If you do the calculations using the numbers I mentioned previously, namely $100/hour for aircraft rental and $40/hour for an instructor, you will come up with a minimum cost of around ($100*40) + ($40*20) = $4800 if you were able to finish in the minimum time. There will be other incidental costs too, like the study materials and the check ride fee. However, most people take more than 40 hours to be ready for a check ride. The last time I checked, the average was around 72 hours, so if you multiply $4800 by 72/40, you get about $8600. That’s a lot of money any way you look at it.
A way to reduce this would be to get a Sport Pilot certificate, which was a topic of a previous blog post. That training requires only half the hours that a private pilot certificate requires. The only issue with the Sport Pilot is that it’s so new that Light Sport Aircraft and instructors who understand the rules may be hard to find. Still, it would be worth looking into it.
To get a pilot certificate, you need to pass a written test and a practical (i.e., a flying) test. The preparation for the written test is often called ‘ground school’, because you can learn the material and pass it without every stepping into an airplane. I learned this material at the same time I was learning to fly. In retrospect, I think it would have been more efficient to have done the ground school first and passed the written test before I started flight training. You can do this for next to nothing because all the questions are available on the Internet and there are good study guides available from Jeppesen and Gleim to help you understand the material and test questions. You might also consider a ground school class at a local community college or flight school, especially if you think you’d benefit by having the material presented to you by an instructor.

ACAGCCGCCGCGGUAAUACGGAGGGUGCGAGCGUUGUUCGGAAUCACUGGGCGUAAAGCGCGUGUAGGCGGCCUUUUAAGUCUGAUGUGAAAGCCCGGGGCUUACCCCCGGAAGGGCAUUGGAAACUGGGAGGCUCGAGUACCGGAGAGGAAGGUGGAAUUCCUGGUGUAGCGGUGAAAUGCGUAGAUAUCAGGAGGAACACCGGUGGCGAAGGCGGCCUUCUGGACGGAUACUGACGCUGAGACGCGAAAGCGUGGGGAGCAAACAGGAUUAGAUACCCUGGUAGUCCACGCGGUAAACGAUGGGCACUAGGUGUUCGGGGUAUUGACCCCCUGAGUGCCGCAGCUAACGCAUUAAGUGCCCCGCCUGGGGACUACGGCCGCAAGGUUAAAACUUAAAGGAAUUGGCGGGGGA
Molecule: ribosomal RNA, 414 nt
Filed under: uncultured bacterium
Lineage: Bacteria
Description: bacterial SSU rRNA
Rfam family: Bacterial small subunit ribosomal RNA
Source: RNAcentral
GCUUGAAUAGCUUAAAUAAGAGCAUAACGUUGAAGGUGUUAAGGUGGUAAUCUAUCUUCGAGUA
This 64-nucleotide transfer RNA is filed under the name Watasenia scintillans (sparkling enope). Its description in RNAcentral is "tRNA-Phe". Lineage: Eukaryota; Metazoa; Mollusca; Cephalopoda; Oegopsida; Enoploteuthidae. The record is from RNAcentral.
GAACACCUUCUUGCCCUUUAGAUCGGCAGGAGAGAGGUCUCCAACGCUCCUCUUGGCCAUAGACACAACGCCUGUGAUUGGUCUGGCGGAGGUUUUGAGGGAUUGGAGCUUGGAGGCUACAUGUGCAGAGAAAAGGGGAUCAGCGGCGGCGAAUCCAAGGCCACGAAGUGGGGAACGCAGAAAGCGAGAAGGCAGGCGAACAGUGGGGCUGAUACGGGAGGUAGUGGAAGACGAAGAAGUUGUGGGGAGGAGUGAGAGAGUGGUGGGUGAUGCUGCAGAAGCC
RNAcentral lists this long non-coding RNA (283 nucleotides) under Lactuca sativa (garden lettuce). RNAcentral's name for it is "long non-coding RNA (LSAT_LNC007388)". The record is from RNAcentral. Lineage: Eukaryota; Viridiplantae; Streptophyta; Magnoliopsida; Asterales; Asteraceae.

You can also stop at a flight school and ask for some old sectional maps. The ability to read and understand aviation maps is an important part of learning to fly. So studying aviation maps is time well spent. These maps expire every 6 months. The expired maps are usually available for free from an FBO or a pilot friend.
I’d also spend as much time as possible using a flight simulator such as Microsoft’s Flight Simulator. You don’t need the latest and greatest version. The older versions are available for next to nothing and are very good for training yourself to be familiar with handling an airplane. A flight simulator will familiarize you with the instruments such as the Tachometer, Airspeed Indicator, Altimeter, Directional Gyro, and Artificial Horizon. Being able to hold an altitude and heading are critical piloting skills and with a simulator, it will teach you to scan the instruments to make sure you’re not climbing or descending or veering off course. It will also teach you how to properly trim an airplane which is absolutely vital for holding a heading and altitude.
Having the written test under your belt and a lot of time in a flight simulator could help to prepare you for the practical test in the minimum time, potentially saving thousands of dollars.
That’s probably enough for one posting. I will follow up with some other advice and tips on flight training in another posting…